Receiving the Bodhisattva Precepts
Taking the Bodhisattva Precepts with Simplicity Zen
This program is for those who wish to formally and ceremonially receive the Bodhisattva precepts. In Japan (and often in the West) this is called “jukai”. This ceremony initiates a practitioner in the global sangha of those who vow to follow the Bodhisattva path and formally become a Buddhist. The Simplicity Zen precept lineage runs through the pioneering Soto Zen priest Sōyū Matsuoka Roshi who brought his lineage from Japan to America in the mid 20th century.
What is a Bodhisattva?
A bodhisattva is someone who vows to Awaken to the truth of their true nature and then help all beings attain the same awakening. It is also someone who has vowed to watch their own behavior carefully to cause less pain and suffering in the universe. It is a vow to no longer to live just for one’s own pleasure but to be a conduit of love, generosity and caring for all beings.
What are the Bodhisattva Precepts?
The following are the Boddhisatva vows:
The Three Refuges
- I take refuge in Buddha
- I take refuge in Dharma
- I take refuge in Sangha
The Pure Precepts
- I vow to do no harm
- I vow to do good
- I vow to save all beings
The Clear Mind Precepts
- I vow not the kill
- I vow not to steal
- I vow not to misuse sexuality
- I vow not to lie
- I vow not to abuse intoxicants
- I vow not to slander
- I vow not to praise myself at the expense of others
- I vow not to be greedy
- I vow to protect the three treasures
For the Clear Mind Zen lineage tradition of the taking the precepts ceremony, we use positively stated vows. For example the “I vow not to kill” precept, it is stated “I vow to respect, protect and be kind to all forms of life”. If someone continues on to different practice stages in this tradition, they do will do different versions of these precepts that are negatively stated in the form of “I vow not to…”.
Who is Eligible?
Some Zen paths gatekeep receiving the precepts somewhat and only offer this transition to those who have already exhibited a multi-year commitment to a particular teacher and/or sangha. This is an understandable and reasonable approach, but we take a different perspective where we want to be able to offer the ceremony to receive the precepts to anyone who meets a few basic requirements. Even if it is at the beginning of their Zen Buddhist journey.
The following are the requirements to receive the precepts through Simplicity Zen:
- Completion of the 18 week Precept Inquiry Course
- Engage in seated Zen meditation for 5 out of 7 days a week during the duration of the Precept Inquiry Course. Meditation sessions should be at least 25 minutes long.
- Engage in physical “work practice” moving meditation for 5 out of 7 days a week during the duration of the Precept Inquiry Course. Work practice should be for at least 15 minutes a day. A common work practice activity is cleaning.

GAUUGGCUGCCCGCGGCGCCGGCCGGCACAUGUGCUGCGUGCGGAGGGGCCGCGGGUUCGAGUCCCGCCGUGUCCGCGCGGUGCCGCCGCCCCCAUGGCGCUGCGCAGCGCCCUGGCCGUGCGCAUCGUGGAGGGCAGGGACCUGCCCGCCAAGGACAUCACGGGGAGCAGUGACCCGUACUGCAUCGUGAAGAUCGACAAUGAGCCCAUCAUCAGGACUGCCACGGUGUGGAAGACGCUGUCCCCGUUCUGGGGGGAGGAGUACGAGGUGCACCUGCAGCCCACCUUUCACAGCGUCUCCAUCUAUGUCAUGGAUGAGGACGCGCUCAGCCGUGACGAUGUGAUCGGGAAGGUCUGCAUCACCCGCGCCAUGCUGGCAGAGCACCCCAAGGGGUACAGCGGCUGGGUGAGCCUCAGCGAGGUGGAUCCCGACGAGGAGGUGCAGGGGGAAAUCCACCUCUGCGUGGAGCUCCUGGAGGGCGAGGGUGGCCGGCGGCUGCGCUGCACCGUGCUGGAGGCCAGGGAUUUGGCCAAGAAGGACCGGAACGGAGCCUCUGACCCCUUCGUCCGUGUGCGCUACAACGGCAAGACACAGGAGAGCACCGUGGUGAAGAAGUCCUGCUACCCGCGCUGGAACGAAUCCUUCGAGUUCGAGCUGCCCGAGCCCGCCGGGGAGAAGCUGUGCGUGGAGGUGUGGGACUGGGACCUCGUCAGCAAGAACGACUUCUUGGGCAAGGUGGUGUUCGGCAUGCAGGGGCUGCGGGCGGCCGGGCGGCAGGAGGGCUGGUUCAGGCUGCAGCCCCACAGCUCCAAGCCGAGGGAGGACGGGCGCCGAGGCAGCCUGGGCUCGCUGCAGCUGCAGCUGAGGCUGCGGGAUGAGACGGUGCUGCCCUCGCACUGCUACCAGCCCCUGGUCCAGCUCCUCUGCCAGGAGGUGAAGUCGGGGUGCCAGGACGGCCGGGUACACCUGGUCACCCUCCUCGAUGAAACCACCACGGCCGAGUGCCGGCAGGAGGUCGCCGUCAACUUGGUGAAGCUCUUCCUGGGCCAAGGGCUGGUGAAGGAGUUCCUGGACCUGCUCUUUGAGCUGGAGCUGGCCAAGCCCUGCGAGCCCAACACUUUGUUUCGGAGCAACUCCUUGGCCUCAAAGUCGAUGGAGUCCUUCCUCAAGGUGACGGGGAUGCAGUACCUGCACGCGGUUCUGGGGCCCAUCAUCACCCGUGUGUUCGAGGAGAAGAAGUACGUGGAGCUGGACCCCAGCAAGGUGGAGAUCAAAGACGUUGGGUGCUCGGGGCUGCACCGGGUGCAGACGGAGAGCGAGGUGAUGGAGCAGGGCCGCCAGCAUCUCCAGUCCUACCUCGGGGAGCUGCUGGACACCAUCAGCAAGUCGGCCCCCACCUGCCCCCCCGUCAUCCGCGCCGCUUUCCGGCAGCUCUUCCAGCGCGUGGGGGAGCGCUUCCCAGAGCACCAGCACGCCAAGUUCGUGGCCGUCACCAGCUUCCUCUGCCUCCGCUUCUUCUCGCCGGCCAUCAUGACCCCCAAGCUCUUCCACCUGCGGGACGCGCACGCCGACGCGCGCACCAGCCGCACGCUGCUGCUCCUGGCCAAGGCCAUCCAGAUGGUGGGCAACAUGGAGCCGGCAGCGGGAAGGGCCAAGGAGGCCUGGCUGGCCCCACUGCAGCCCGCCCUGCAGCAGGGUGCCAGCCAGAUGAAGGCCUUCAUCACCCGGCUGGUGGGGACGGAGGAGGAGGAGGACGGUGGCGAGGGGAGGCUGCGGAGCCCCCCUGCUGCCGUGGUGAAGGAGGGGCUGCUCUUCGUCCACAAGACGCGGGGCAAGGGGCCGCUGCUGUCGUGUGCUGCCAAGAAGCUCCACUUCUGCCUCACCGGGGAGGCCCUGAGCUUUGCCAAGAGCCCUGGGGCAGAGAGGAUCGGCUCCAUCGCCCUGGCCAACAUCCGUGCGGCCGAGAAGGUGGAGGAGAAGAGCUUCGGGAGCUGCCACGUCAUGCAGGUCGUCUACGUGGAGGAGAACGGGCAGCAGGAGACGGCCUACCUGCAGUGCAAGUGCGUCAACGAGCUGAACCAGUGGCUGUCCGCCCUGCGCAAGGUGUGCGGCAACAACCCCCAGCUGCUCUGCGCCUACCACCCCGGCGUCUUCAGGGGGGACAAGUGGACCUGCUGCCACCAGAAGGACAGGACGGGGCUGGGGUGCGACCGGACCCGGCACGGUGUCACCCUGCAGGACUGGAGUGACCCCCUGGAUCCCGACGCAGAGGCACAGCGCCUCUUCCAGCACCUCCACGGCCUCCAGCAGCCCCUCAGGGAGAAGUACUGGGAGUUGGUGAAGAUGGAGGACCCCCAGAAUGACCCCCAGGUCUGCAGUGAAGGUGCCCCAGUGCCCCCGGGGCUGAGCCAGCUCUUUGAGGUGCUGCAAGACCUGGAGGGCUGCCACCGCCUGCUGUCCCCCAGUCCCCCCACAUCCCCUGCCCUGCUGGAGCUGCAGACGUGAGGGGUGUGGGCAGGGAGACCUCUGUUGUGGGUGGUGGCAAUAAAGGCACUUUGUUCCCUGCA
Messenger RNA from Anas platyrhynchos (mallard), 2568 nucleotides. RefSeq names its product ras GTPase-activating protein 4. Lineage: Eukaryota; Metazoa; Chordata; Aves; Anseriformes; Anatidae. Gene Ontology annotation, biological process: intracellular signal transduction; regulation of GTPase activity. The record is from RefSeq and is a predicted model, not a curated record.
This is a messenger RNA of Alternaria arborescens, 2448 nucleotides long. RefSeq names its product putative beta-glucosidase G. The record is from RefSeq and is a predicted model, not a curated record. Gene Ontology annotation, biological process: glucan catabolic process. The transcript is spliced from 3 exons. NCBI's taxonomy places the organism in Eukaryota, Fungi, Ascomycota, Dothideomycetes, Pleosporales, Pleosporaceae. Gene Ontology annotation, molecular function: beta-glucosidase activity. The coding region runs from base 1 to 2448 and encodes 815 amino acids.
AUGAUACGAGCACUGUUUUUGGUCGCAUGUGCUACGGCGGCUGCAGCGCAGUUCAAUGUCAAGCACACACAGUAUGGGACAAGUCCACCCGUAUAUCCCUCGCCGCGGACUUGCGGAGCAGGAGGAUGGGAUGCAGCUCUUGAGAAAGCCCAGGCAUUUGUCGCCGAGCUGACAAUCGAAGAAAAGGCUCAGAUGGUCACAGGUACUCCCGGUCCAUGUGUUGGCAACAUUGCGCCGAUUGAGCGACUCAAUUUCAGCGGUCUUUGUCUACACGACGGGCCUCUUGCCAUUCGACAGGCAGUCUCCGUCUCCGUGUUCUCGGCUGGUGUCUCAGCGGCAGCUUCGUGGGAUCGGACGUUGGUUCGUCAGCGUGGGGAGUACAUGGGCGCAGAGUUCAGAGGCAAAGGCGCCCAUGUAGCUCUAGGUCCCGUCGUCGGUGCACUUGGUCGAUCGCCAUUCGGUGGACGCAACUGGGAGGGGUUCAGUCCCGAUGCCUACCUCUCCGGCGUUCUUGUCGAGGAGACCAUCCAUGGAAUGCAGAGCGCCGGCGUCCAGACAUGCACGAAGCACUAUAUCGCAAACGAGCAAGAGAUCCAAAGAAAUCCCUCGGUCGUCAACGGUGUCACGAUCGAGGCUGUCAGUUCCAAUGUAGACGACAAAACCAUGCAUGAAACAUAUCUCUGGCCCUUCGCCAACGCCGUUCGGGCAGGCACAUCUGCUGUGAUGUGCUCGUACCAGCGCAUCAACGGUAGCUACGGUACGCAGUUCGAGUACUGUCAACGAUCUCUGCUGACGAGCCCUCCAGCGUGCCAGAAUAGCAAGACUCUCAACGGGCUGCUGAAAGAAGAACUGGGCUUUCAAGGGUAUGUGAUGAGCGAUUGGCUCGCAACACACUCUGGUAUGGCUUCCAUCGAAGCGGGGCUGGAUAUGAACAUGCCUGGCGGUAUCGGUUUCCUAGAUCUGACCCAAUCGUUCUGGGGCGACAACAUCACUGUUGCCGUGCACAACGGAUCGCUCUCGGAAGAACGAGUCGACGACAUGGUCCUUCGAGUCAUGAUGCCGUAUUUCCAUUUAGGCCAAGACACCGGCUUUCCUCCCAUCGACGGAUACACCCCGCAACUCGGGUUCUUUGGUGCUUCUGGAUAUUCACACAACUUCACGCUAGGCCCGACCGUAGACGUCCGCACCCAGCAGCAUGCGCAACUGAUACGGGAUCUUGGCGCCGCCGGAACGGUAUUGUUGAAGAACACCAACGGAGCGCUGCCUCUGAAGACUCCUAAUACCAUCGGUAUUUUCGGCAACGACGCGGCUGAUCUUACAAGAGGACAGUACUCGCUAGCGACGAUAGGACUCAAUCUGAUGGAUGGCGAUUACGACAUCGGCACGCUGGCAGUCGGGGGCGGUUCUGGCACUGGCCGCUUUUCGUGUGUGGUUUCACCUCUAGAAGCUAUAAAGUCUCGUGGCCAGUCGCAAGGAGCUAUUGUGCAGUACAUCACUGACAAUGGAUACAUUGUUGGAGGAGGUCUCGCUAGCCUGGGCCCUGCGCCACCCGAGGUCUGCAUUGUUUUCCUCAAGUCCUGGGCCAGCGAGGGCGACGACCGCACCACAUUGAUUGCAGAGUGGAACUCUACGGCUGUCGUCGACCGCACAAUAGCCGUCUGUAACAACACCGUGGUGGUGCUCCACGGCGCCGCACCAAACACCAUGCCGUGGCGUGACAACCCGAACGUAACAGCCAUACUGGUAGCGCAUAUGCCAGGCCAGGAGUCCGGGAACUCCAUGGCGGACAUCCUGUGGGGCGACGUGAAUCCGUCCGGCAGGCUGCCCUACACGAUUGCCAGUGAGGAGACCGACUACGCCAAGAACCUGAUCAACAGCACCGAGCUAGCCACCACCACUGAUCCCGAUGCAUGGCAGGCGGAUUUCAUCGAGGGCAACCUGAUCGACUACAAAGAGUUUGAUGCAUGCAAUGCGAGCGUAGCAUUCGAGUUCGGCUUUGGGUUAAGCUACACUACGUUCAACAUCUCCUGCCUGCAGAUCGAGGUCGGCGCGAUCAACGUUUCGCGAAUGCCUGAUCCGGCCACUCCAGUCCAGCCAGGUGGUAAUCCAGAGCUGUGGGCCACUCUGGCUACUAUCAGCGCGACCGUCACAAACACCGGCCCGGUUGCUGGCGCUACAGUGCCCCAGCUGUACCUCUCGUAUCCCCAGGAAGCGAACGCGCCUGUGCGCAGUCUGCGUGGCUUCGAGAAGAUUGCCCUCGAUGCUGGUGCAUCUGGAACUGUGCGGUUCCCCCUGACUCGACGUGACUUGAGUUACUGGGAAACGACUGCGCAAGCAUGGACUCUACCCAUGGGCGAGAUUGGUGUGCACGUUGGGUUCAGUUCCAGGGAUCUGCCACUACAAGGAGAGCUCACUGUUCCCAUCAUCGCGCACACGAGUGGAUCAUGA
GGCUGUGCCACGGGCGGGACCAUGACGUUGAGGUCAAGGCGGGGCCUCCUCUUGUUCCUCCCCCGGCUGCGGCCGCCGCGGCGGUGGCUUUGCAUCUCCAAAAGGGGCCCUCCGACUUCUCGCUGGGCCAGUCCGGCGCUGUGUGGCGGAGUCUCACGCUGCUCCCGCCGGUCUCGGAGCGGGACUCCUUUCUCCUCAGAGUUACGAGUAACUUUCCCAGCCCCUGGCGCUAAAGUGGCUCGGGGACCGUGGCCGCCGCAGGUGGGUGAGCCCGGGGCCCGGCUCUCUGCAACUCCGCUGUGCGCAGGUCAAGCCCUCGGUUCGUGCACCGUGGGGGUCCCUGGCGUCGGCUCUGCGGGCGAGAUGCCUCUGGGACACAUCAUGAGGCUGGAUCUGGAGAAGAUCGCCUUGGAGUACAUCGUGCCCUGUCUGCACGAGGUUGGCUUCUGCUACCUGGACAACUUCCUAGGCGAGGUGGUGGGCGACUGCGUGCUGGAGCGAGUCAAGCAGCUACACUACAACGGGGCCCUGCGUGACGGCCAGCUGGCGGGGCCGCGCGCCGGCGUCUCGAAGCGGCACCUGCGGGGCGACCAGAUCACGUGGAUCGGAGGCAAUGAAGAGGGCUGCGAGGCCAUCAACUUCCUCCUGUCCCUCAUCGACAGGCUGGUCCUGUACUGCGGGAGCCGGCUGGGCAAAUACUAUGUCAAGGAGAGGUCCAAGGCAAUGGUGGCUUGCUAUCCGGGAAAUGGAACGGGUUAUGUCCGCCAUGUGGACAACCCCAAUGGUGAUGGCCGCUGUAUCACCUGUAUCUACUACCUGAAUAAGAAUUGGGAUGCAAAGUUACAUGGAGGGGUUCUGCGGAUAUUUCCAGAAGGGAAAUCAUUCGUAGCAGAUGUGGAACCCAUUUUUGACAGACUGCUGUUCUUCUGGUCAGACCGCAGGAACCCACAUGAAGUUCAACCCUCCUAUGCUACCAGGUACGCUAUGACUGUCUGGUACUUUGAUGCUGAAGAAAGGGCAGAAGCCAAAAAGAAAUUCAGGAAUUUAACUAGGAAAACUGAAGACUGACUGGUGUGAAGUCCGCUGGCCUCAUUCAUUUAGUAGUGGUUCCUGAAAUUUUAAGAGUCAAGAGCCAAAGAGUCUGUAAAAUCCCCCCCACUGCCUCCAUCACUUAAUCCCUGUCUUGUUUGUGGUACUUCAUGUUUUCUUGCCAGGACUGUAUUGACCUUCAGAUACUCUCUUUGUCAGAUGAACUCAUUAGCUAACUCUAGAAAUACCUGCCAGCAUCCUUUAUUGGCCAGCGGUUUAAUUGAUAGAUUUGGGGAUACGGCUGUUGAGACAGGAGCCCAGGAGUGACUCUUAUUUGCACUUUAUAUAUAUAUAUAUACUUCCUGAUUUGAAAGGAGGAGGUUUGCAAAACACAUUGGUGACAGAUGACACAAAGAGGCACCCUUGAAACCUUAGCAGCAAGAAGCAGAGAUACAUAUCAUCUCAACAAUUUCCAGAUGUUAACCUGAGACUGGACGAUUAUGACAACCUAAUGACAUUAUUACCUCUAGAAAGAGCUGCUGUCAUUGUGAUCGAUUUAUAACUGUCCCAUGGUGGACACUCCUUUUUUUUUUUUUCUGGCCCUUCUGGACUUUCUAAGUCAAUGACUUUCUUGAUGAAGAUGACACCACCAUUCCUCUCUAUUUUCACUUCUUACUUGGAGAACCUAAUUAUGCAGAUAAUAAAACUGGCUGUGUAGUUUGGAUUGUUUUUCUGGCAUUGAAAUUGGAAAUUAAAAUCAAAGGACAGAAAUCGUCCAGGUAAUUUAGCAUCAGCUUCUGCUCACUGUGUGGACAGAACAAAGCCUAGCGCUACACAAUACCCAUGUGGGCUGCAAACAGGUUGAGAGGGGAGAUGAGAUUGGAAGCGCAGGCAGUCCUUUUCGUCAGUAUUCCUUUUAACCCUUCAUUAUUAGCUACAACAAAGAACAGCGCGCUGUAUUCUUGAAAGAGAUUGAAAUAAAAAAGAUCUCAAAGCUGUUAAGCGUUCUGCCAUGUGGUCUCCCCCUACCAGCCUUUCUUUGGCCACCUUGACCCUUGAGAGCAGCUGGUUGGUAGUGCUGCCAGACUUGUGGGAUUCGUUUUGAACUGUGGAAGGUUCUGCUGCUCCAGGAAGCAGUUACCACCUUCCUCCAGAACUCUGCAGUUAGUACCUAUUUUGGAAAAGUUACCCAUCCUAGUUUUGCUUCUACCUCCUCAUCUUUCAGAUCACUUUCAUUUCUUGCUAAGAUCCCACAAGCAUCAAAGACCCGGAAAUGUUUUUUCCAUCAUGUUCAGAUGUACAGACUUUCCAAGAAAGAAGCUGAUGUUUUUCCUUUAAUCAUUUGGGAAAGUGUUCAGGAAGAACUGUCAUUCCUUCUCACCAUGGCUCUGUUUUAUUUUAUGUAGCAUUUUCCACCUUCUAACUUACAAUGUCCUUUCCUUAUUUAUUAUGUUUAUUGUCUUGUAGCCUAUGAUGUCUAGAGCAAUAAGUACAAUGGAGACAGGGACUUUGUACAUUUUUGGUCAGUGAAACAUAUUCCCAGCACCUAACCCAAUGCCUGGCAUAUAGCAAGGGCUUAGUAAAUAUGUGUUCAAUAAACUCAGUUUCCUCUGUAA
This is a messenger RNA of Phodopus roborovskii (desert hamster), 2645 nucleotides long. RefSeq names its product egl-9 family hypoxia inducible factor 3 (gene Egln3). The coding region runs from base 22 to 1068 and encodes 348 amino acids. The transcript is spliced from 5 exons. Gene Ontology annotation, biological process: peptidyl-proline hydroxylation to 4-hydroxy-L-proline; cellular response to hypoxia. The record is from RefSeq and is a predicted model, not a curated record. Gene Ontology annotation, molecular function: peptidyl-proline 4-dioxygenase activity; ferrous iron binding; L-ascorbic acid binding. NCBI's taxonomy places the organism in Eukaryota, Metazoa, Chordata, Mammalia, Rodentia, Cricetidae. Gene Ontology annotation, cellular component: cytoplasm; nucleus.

- During the duration of the Precept Inquiry Course the student should endeavor to do “walking mediation” in a natural outdoor environment at least twice a week.
- Sew or purchase a rakusu. A rakusu is a small bib-like garment that is a miniature version of Buddha’s robe.
- Engage in a Zen intensive retreat of at least one day duration.
Allowances for disabilities are made for all the above requirements. If you have any particular questions regarding this, please reach out to get more information.
Precept Inquiry Course
The Precept Inquiry Course where a student meets with a teacher once a week for a one-on-one session over Zoom to engage in a course of personal inquiry structured around the Bodhisattva precept vows. Each week the student is given a precept “theme” to use as a way at looking at their own lives and how their illusionary sense of self-identity contributes to the suffering to themselves and those around them. One is welcome to take this course for personal growth even if they do not want to participate in a Bodhisattva precept initiation ceremony.
The weekly themes:
- What Does it Mean to Take Refuge in Buddha?
- What Does it Mean to Take Refuge in Dharma?
- What Does it Mean to Take Refuge in Sangha?
- What does it mean to avow past harmful actions?
- What does the “Not Killing” vow mean for the student? How does their current life promote killing?
- What does the “Not Stealing” vow mean for the student? How does their current life promote stealing?
- What does the “Not Abusing Sexuality” vow mean for the student? How does their current life promote abusing sexuality?
- What does the “Not Lying” vow mean for the student? How does their current life promote lying?
- What does the “Not Abusing Intoxicating Substances and Escapism” vow mean for the student? How does their current life promote abusing intoxicants or escapism?
- What does the “Not Gossiping or Slandering” vow mean for the student? How does their current life promote gossiping or slandering?
- What does the “Not Promoting Oneself at the Expense of Others” vow mean for the student? How does their current life promote pride?
- What does the “Not Being Greedy” vow mean for the student? How does their current life promote greed or stinginess?
- What does the “Not Being Angry” vow mean for the student? How does their current life promote anger?
- What does the “Not Abusing Buddha, Dharma and Sangha” vow mean for the student?
- What does the “Vowing to Not Cause Harm” vow mean for the student? How does their current life involve harming?
- What does the “Vowing to Engage in Helpful Conduct” vow mean for the student?
- What does the “Vowing to Save all Living Beings” vow mean for the student?
- Ceremony Preparation
How to Begin the Process
If you wish to explore taking the Bodhisattva precepts through Simplicity Zen, please fill out the following form: